The Bardarbunga volcano in Iceland is at risk of an "explosive subglacial eruption" following increased seismic activity at the site, authorities have warned.
The Icelandic Met Office said "intense" seismic activity began on 16 August and has persisted ever since: "Very strong indications of ongoing magma movement, in connection with dyke intrusion, is corroborated by GPS measurements," it said.
On the morning of 18 August, a strong earthquake was detected in the Kistufell swarm: "This is the strongest earthquake measured in the region since 1996. As evidence of magma movement shallower than 10km implies increased potential of a volcanic eruption, the Bardarbunga aviation colour code has been changed to orange.
"Presently there are no signs of eruption, but it cannot be excluded that the current activity will result in an explosive subglacial eruption, leading to an outburst flood and ash emission."
The orange alert level relates to the level of risk to air travel and suggests the volcano shows escalating unrest or an eruption without any ash emissions.
A red alert means an eruption is "imminent" or is currently taking place with significant emissions of volcanic ash. The 2010 Eyjafjallajokull eruption led to the cancellation of over 100,000 flights because of the huge ash cloud it produced.
The Bardarbunga volcano is located 2km above sea level, but 700m below the ice. It last erupted over 100 years ago.
The Icelandic National Broadcasting Service has placed a live webcam about 30km from the volcano, with still images updated every few minutes.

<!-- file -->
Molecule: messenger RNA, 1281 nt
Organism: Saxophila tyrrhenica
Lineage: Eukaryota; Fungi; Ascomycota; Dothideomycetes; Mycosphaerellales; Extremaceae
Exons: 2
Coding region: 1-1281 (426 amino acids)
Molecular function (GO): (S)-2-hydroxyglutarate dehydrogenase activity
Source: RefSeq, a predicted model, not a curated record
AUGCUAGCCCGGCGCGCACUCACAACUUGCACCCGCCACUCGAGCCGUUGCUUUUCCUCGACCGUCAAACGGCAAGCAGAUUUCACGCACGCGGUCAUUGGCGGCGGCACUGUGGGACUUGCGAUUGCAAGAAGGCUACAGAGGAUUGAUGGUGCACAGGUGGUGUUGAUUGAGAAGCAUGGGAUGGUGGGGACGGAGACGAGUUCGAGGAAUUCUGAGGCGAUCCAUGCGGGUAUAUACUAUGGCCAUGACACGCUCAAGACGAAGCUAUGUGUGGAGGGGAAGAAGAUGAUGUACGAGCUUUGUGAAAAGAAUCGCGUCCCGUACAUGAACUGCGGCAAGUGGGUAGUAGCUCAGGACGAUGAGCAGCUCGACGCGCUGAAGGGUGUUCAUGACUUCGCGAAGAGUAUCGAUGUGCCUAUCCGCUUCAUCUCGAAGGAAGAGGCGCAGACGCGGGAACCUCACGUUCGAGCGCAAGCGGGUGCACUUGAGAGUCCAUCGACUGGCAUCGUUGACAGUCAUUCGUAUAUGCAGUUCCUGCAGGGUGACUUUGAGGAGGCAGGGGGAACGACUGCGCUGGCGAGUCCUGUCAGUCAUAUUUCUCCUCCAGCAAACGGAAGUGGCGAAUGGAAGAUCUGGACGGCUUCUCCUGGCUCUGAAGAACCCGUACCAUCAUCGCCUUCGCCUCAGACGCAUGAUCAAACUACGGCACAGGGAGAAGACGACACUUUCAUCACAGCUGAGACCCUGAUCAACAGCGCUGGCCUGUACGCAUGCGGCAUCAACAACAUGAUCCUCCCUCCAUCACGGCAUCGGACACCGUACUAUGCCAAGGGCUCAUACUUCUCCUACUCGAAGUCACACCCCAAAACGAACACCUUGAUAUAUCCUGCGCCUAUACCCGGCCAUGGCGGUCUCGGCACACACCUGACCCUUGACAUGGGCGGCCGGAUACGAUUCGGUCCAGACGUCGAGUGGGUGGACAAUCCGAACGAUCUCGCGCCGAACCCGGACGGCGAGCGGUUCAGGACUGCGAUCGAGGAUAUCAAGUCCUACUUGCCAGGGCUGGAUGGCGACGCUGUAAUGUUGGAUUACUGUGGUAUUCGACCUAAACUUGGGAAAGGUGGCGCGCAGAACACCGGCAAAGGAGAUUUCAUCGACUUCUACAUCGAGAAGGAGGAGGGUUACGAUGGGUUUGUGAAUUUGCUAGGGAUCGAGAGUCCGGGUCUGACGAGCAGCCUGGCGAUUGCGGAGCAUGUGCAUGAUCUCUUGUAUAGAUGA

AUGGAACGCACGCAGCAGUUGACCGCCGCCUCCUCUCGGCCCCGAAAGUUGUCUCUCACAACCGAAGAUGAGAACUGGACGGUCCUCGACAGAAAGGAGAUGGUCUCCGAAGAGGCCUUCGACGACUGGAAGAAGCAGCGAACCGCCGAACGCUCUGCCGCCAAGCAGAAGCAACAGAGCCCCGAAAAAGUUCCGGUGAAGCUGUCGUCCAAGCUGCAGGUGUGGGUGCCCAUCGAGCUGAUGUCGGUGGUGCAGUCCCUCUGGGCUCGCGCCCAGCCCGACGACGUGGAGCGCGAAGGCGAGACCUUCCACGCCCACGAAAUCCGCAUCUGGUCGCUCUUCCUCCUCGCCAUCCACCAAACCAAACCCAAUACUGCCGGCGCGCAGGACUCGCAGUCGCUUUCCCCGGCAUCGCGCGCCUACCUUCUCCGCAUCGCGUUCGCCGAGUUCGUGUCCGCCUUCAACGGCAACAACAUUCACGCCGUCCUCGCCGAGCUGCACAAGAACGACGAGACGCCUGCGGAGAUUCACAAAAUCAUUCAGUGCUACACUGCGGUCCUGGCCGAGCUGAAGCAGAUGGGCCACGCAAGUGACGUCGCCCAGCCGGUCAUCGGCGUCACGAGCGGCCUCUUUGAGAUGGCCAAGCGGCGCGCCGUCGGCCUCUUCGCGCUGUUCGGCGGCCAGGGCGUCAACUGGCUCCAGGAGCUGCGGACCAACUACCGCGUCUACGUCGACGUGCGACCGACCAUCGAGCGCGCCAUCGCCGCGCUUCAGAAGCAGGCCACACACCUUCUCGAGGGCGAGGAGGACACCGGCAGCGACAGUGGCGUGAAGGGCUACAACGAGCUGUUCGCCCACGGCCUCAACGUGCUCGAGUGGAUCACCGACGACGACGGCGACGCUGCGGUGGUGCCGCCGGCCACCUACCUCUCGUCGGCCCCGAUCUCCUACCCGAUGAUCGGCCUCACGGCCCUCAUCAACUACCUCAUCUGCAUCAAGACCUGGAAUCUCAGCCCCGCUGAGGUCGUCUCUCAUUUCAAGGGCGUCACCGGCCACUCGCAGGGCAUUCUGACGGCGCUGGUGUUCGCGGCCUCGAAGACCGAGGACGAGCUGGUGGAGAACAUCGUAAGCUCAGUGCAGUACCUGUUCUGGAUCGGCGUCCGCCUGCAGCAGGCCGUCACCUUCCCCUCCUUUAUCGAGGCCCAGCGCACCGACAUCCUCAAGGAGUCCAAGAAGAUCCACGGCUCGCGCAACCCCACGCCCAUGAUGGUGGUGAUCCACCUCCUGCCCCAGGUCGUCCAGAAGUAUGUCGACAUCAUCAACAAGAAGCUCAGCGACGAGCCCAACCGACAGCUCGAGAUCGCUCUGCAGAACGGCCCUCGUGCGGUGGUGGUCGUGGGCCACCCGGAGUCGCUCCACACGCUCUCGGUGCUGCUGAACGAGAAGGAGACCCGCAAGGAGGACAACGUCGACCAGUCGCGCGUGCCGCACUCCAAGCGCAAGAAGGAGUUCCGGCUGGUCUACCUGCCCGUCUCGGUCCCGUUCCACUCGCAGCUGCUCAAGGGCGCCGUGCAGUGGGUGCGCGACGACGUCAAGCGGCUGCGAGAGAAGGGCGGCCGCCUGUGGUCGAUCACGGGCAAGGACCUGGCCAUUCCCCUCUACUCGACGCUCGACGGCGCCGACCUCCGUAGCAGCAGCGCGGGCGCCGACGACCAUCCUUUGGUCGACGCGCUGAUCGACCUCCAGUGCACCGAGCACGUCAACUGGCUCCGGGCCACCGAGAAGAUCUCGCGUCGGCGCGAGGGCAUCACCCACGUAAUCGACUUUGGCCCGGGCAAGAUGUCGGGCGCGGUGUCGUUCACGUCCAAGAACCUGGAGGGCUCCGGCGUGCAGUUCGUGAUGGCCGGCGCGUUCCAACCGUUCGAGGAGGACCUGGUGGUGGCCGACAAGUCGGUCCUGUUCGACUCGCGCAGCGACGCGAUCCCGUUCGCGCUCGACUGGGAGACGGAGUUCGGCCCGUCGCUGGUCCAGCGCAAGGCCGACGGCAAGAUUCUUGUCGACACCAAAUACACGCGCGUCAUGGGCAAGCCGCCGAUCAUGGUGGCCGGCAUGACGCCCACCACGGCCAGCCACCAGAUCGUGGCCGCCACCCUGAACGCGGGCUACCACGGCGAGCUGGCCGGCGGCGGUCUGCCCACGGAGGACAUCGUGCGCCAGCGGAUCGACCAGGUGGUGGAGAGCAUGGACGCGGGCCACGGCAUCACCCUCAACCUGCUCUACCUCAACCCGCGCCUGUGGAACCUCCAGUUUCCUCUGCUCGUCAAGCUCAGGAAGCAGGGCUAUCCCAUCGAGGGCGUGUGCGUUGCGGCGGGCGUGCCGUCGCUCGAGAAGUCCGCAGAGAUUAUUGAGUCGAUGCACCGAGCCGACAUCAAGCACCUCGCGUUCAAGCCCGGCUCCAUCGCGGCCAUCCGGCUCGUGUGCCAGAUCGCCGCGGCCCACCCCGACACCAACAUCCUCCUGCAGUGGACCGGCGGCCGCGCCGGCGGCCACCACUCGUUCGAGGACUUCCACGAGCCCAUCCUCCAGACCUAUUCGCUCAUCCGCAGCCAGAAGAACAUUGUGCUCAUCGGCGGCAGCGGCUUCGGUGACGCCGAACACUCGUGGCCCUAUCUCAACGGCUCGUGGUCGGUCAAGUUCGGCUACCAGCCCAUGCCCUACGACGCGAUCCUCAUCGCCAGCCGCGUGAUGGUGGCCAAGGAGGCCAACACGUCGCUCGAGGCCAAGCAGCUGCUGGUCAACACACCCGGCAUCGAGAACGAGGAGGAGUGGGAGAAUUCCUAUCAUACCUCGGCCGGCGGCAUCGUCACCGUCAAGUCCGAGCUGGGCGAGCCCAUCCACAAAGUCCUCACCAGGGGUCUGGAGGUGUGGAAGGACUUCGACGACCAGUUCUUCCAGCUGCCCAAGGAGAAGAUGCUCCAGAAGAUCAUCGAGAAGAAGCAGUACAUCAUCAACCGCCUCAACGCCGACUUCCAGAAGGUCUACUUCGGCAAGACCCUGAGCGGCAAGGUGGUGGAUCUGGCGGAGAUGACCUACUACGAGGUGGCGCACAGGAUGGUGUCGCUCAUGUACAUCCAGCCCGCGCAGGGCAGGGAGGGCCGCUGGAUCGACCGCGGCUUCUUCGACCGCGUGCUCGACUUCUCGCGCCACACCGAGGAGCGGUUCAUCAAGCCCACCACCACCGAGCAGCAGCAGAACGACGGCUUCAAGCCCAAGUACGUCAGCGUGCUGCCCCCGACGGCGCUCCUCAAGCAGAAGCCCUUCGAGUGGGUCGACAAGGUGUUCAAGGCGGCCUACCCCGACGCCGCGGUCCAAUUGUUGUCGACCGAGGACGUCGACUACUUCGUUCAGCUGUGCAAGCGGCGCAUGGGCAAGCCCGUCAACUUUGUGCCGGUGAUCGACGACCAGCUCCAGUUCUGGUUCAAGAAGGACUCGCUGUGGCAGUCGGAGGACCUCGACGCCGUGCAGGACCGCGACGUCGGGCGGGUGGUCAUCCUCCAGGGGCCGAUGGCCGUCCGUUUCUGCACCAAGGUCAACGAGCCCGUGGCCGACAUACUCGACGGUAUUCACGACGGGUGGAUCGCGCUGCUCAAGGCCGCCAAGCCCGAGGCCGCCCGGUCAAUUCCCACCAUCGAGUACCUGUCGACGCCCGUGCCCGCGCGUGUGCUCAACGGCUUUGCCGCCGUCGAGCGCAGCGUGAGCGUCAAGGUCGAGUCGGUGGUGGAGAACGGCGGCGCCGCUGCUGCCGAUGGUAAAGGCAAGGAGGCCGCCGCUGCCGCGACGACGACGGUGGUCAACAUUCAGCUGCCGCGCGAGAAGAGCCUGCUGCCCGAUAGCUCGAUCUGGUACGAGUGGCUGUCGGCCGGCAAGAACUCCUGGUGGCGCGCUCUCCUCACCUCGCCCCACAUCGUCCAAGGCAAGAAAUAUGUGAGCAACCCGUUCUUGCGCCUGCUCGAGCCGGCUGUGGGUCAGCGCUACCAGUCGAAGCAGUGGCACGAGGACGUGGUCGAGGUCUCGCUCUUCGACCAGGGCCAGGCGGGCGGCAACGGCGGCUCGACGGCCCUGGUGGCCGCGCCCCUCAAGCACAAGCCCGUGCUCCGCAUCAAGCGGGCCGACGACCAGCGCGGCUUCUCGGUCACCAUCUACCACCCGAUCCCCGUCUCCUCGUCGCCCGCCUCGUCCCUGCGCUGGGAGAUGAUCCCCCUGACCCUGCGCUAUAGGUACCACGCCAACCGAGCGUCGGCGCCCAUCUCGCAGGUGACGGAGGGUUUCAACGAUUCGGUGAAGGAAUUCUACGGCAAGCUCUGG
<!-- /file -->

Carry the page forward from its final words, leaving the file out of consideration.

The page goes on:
Dave McGarvie, a volcanologist at The Open University, wrote an article for the Conversation discussing how likely an eruption at Bardabunga would be, and what impact it would have if it does blow.
"There is no way to predict when the eruption may happen, but we should get a few hours' notice. The good news for air travel is that both clusters are away from the heart of the main volcano which makes it less likely that an eruption will produce the fine ash that causes disruption."
He said if the magma breaks through the ice, there is a risk of flooding as the molten rock melts the ice.
"At the very least, magma will stall in the Earth's crust and form an intrusion. We may never see any manifestation of this, except on instruments. But if magma does break through to the surface, then how much magma erupts and what is above it will determine the eruption style ... The 'likeliest' scenario could change at a moment's notice. That is part of the fun and frustration of anticipating eruptions at poorly-known and remote volcanoes."
Speaking to Slate, Icelandic anthropologist Ásdís Jónsdóttir said an eruption at the site is not unlikely: "It is perhaps interesting to note that the theory is that Iceland is formed because a hot-spot and the mid-Atlantic ridge coincide. This part of Iceland is thought to be at the centre of the hot-spot.
"Bardarbunga and Grímsvötn have fed some of the largest eruptions in Iceland, such as the catastrophic 1783 eruption in Laki (not situated under the glacier) which is the greatest natural disaster in Iceland's history.
"There are also signs of huge floods from this area in northern Iceland before the settlement—such as the canyons of Ásbyrgi and Jökulsárgljúfur in northern Iceland."
Meanwhile, Melissa Anne Pfeffer, atmospheric volcanologist at the Icelandic Met Office, said air traffic will be disrupted if the winds currently being seen continue. She also said there is no way of knowing what will happen if it erupts: "If the volcano erupts - which we don't know - how explosive or non-explosive the eruption is depends entirely on where the magma reaches the surface."